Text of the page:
At the very bottom of the file you will see something similar to the following:
Pay attention to the calculation time which for our case is 16 seconds.
- Switch on to the graphics window by clicking on the 'Graphics' tab.
- Click on the object tree icon to reveal it, then select the 'DOMAIN' object.
- Click on the 'red-tick' icon in the tool bar to show its attributes.
It will result in the picture like this.
The domain sizes depend on the test item x-size.
- Now we need to reduce the calculation domain by one-half in Y-direction by typing '1' in the Ysize box as is shown in the picture.
- The next step to fulfill is to place the test-item exactly in the same position in Y-direction of the changed domain.
Select the test-item clicking on it either in the object tree or on the graphisc screen. Then open the 'Pos' tab. The position attributes of the test-item in the modified domain are as follows.
The Y co-ordinate of its center (YPar mid) is located exactly in the domain center in Y-direction.
- To have the same Y-position of the test-item we need to remove its half from the domain, i.e. to increase its Ypos twice, simply typing '1' the Ypos box to result in the picture like this.
Rotate the picture with the mouse left button to have a better view of the test-item, one-half of which is now inside and the other - outside of the calculation domain.
- Now run the Solver clicking on 'Options', then on 'Run Solver' and after that repeat all the other steps of your first run.
- In the VR Viewer window we advice you to display the same image - pressure contours on a constant Z-plane - to permit comparison of the results obtained.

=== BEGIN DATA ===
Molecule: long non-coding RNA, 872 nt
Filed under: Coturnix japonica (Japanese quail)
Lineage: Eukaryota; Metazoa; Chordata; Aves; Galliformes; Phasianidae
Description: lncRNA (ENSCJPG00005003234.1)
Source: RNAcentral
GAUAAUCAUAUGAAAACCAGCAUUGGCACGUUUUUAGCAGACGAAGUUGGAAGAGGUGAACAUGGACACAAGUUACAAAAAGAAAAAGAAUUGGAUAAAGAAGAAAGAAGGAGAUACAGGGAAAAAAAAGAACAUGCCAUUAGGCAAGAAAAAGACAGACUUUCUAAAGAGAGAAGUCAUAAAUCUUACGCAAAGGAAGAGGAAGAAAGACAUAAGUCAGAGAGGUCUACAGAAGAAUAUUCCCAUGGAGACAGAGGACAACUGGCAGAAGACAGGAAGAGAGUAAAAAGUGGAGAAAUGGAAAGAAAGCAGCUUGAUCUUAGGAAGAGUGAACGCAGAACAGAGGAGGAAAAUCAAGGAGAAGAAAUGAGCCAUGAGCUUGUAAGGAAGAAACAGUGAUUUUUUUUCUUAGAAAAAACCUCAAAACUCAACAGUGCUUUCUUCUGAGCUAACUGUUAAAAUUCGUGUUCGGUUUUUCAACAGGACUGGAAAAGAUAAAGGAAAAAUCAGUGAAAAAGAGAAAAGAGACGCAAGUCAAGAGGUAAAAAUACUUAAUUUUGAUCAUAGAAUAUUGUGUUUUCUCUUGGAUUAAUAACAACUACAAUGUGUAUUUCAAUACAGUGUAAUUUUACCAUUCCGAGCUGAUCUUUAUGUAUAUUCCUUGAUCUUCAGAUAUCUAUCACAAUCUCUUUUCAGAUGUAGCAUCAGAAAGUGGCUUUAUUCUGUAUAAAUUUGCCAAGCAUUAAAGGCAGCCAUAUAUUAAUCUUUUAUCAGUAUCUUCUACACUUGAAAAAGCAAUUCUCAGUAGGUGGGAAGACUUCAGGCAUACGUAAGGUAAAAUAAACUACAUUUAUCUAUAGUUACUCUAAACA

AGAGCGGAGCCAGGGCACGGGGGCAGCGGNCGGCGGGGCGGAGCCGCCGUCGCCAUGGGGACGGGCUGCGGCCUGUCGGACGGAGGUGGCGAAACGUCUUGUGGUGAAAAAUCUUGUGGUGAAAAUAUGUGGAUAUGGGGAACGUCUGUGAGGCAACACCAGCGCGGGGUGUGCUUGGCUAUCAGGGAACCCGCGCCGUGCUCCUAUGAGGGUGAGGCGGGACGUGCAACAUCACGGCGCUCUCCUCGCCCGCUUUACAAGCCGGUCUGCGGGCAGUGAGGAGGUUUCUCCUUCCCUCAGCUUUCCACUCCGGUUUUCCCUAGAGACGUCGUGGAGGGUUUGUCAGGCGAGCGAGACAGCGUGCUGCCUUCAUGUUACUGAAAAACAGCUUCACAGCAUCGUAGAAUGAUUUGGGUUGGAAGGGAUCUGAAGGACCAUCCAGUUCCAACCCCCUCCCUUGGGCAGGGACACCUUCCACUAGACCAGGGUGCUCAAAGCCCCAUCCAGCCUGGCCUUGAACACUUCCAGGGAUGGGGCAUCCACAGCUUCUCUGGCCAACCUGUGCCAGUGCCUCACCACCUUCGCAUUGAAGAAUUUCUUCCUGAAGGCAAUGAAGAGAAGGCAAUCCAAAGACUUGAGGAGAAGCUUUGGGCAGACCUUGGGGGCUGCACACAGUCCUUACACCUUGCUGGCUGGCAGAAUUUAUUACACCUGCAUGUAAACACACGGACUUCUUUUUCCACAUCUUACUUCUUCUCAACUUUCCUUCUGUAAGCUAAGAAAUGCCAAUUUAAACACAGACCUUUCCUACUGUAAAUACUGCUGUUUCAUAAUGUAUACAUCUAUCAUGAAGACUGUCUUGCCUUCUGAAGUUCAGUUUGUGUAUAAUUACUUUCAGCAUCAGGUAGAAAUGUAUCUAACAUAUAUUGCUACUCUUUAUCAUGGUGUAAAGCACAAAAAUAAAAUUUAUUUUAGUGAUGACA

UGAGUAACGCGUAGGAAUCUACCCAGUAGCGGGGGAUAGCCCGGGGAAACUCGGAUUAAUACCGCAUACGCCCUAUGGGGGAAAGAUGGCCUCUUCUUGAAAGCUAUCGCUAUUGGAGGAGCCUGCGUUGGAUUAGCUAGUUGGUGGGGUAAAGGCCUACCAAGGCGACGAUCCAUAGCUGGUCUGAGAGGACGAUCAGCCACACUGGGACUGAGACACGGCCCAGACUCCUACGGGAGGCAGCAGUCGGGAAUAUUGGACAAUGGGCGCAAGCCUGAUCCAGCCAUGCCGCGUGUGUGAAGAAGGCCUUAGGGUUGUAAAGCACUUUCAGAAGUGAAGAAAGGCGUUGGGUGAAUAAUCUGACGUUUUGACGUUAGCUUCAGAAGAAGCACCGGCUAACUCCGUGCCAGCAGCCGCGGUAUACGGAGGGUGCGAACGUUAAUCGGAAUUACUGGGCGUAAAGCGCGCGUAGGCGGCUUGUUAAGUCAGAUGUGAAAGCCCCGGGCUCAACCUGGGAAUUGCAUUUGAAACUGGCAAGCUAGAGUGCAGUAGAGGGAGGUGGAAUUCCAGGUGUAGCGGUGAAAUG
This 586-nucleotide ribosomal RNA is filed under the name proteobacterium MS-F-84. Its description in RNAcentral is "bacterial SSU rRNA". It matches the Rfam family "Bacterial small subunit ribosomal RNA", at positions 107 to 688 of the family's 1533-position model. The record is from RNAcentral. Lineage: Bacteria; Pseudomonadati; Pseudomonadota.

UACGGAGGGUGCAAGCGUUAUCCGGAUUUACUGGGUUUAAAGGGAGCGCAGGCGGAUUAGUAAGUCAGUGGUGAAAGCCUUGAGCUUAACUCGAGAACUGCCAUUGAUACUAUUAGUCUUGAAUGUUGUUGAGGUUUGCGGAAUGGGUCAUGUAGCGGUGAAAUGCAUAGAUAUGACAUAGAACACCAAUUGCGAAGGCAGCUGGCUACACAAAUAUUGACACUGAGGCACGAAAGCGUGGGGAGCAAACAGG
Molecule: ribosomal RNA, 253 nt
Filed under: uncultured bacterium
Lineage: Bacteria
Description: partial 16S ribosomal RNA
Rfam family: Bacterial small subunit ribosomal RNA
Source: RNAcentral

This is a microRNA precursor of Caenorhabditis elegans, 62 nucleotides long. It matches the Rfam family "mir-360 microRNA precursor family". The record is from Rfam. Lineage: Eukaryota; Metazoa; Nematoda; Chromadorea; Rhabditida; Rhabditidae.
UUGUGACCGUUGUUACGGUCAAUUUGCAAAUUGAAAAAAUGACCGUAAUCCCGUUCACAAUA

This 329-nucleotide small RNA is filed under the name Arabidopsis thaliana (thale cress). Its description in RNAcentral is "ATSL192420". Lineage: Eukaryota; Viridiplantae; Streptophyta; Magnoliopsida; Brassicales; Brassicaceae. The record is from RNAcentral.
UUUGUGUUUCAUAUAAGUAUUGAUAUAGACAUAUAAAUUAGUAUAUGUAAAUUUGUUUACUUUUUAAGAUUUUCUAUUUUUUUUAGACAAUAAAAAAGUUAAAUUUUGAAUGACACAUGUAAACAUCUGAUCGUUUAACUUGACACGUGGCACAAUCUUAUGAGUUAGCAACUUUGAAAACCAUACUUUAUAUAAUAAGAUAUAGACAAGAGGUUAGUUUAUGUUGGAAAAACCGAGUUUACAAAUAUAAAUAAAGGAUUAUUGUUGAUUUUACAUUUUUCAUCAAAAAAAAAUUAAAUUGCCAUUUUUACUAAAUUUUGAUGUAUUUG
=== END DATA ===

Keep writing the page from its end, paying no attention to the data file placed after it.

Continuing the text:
- As you can see, only one-half of the test-item has been simulated and the results of your second run are in good agreement with those of the first one.
- Let us now close the VR Viewer window and return to the Prelude Editor. At the very bottom of the opened tab with the result file you will see the following.
Comparing the calculation time of 9 seconds with the previous 16 seconds, we may establish the fact of actual reduction of the calculation time when flows around symmetrical bodies are simulated.
3. Saving the results
The results of your PHOENICS runs will all be found in your working folder, where they will remain until deleted or removed by you, or over-written by later runs with the same case name.
However, you can save the settings which you made during your Prelude session if you wish to return to this case later.
- In the Prelude Editor window click the 'File' button of the menu bar and then on 'Save Q3'.
- If for some reason you did not give a specific name for this case or did not create a specific folder for it, you may do all these now, using the 'Save Q3 as...' command of the 'File' menu. This command allows your settings to be saved and stored in any existing folder or in a new one, if you will create it.
4. Making a simulation for the sphere test-item
Let us now return to the case that was discussed in the VWT2 tutorial. Click here to refresh it in your memory. The sphere is an interesting object from the point of view of its symmetry: it is symmetrical about all three co-ordinate axes. This fact allows us to simulate not one-half but one-quarter of the sphere and thus reducing the calculation time still more.